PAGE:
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PerformanceStage ReviewQuaking with fervor at the brothel in 'The Confession...

Quaking with fervor at the brothel in ‘The Confession of Lily Dare’

Camp maven Charles Busch's latest at NCTC has all the diva elements, although the execution's airy.

There’s something perfect about seeing a drag show at the start of Pride Month. Not only do I get to see this one in “The Gayest City in America” (which also happens to be the story’s setting), but one being produced by the company that was born in SF the same year I was, the one pushing back against drag bans by setting up their own bawdy version of drag queen storytime. Add in another genre-spoofing script from the guy behind Psycho Beach Party and I’m an easy sell for this show.

And yet, the West Coast premiere production of Charles Busch’s The Confession of Lily Dare (through June 11 at the New Conservatory Theatre Center, SF) doesn’t quite add up the way it should. In typical Busch form, it lampoons the overwrought melodramas of Old Hollywood—the ones notoriously worshipped and simultaneously mocked by devout gay audiences for decades—by playing up the caricature archetypes of the cast. Growing up, most of us who fancied ourselves film buffs were afraid to heckle these films, lest we be accused of a lack of reverence. Busch carries on the long tradition of queer camp, understanding that you can laugh at and adore something at the same time. It lets audiences in on the joke by letting them laugh when need be.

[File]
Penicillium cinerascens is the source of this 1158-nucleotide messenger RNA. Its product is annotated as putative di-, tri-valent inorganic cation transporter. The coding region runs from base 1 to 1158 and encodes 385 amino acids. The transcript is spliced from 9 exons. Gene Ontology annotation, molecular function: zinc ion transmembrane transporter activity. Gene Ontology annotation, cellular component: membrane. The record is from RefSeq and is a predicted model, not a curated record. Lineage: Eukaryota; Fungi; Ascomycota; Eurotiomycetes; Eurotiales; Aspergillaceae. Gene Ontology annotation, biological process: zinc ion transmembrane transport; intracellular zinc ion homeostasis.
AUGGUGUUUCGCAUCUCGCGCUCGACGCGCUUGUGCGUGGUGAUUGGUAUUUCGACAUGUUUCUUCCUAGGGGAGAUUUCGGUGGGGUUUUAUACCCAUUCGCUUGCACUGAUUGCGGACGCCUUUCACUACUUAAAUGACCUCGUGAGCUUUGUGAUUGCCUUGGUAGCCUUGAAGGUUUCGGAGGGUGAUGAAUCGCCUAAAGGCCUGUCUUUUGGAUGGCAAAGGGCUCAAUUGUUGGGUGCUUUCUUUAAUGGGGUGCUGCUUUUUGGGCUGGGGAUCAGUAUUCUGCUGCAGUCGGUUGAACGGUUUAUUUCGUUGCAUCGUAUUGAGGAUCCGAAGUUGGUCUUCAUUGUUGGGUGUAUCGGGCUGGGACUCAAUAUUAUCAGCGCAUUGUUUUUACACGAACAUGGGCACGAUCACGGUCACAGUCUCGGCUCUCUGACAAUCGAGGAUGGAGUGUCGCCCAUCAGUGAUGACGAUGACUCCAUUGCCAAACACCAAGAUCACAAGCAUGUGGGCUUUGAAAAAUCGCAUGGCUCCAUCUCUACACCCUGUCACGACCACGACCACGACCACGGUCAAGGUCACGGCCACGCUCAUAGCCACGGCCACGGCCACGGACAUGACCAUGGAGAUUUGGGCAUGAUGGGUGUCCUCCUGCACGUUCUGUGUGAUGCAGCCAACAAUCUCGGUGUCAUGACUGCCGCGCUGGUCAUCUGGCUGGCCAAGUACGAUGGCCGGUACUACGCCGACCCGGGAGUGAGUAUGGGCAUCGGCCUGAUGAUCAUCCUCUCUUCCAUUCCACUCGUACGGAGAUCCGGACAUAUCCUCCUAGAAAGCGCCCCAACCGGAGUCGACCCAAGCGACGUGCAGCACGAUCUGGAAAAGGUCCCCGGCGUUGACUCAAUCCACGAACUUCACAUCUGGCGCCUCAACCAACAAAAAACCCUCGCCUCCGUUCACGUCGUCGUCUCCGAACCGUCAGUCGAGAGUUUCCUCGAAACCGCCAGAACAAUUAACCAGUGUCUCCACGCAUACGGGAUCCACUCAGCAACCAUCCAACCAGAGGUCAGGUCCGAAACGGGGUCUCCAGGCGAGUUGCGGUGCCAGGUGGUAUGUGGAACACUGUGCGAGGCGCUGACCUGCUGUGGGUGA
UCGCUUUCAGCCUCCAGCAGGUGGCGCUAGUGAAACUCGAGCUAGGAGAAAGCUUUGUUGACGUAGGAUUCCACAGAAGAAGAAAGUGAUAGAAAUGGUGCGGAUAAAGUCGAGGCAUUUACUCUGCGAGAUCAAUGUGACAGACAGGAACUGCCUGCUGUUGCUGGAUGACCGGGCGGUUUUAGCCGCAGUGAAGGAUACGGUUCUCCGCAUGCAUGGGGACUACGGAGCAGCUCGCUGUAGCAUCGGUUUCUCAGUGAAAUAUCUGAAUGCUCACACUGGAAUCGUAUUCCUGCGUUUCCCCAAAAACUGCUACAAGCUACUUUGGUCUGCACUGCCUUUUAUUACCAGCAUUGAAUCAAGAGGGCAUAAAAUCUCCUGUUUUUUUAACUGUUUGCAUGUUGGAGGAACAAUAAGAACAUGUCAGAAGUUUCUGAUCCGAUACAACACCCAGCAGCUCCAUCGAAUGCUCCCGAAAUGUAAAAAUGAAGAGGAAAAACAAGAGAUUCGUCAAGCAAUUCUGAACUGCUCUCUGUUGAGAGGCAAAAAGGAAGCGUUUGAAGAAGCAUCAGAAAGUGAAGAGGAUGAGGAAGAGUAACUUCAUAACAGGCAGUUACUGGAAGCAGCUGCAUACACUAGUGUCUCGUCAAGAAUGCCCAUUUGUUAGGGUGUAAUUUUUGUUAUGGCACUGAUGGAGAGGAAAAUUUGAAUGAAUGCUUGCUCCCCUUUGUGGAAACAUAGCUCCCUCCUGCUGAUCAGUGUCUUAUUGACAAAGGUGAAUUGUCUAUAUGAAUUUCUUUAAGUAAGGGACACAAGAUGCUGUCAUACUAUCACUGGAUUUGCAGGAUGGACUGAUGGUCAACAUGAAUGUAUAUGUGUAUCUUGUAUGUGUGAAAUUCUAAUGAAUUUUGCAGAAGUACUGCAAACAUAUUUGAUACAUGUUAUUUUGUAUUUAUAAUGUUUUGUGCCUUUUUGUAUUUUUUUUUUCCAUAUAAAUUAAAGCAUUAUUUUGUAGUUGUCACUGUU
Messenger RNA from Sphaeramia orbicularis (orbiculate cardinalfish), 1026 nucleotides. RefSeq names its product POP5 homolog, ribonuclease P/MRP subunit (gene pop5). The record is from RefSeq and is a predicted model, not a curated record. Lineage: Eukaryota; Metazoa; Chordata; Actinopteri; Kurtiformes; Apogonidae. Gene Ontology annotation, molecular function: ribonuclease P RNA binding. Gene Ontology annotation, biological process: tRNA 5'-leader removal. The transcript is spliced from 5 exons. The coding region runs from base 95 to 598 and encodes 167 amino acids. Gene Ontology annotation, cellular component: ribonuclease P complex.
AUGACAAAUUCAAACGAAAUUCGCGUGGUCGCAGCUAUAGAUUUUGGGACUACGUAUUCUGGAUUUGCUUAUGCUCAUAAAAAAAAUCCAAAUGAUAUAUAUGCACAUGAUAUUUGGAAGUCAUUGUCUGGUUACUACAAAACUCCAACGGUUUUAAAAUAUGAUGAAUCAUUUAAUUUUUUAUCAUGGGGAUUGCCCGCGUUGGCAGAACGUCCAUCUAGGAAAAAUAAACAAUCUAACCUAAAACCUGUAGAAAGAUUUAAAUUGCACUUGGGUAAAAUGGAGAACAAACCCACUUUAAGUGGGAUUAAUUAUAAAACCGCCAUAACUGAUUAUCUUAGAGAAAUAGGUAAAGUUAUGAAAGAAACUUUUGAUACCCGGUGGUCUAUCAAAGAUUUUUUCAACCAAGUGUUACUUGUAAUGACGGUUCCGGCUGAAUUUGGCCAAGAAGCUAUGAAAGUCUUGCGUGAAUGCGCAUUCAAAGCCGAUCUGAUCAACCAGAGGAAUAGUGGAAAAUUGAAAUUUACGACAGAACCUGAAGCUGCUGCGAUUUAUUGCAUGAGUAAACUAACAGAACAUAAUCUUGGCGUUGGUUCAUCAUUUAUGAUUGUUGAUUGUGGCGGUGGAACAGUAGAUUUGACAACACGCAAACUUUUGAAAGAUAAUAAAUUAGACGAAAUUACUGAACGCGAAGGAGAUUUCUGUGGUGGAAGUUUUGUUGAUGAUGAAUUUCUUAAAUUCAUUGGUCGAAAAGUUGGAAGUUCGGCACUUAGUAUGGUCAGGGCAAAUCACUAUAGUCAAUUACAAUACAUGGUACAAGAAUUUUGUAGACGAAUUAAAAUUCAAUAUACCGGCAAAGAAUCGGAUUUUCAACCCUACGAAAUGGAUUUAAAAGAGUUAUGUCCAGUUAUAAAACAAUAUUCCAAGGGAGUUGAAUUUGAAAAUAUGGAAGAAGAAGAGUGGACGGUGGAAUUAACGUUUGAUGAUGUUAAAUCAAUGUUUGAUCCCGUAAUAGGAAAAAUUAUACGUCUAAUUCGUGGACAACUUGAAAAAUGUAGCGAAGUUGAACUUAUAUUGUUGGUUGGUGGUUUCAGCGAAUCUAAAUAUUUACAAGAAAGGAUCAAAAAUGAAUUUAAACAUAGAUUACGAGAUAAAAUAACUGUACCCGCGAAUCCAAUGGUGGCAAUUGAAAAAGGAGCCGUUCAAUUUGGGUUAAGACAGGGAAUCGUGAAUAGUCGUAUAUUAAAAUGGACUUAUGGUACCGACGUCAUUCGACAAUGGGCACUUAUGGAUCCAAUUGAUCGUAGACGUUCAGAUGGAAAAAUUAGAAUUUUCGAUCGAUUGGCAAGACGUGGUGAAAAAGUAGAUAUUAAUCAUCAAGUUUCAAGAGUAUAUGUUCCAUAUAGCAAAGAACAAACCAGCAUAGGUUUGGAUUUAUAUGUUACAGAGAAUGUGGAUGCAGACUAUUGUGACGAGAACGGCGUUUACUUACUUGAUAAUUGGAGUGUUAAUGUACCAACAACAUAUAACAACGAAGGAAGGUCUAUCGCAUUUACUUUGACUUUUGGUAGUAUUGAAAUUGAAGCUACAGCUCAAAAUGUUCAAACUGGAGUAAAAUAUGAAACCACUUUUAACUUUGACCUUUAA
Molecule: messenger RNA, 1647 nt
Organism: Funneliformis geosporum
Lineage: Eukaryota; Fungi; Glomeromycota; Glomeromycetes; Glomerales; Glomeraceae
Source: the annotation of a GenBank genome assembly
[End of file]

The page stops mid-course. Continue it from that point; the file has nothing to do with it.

The problem with this production is that it doesn’t seem to want audiences to laugh enough. Director F. Allen Sawyer often plays the melodrama very straight, attempting to mine real pathos out of the crowd assembled in the Decker Theatre. The result is like trying to remake Blazing Saddles as if it were Shane.

The story, told in flashback, tells of the life and death of the titular Ms. Dare (J. Conrad Frank, aka drag mainstay Katya Smirnoff-Skyy, at his most Busch-like). She begins as a naïve-but-educated young orphan come to live with her madam aunt (Marie O’Donnell) in her San Francisco brothel. Young Lily dreams of becoming a professional diva and, against the wishes of her aunt, occasionally works her pipes on the brothel’s cabaret stage. Eventually, she catches the eye of an innocent young man working at the house of ill repute (Kalon Thibodeaux) as well as one of the establishment’s more affluent patrons (LaMont Ridgell), whose intentions for Lily are less than honorable. All of this is set against the backdrop of a certain bayside city about to experience a major early-century shake-up, in more ways than one.

J. Conrad Frank and LaMont Ridgell. Photo by Lois Tema.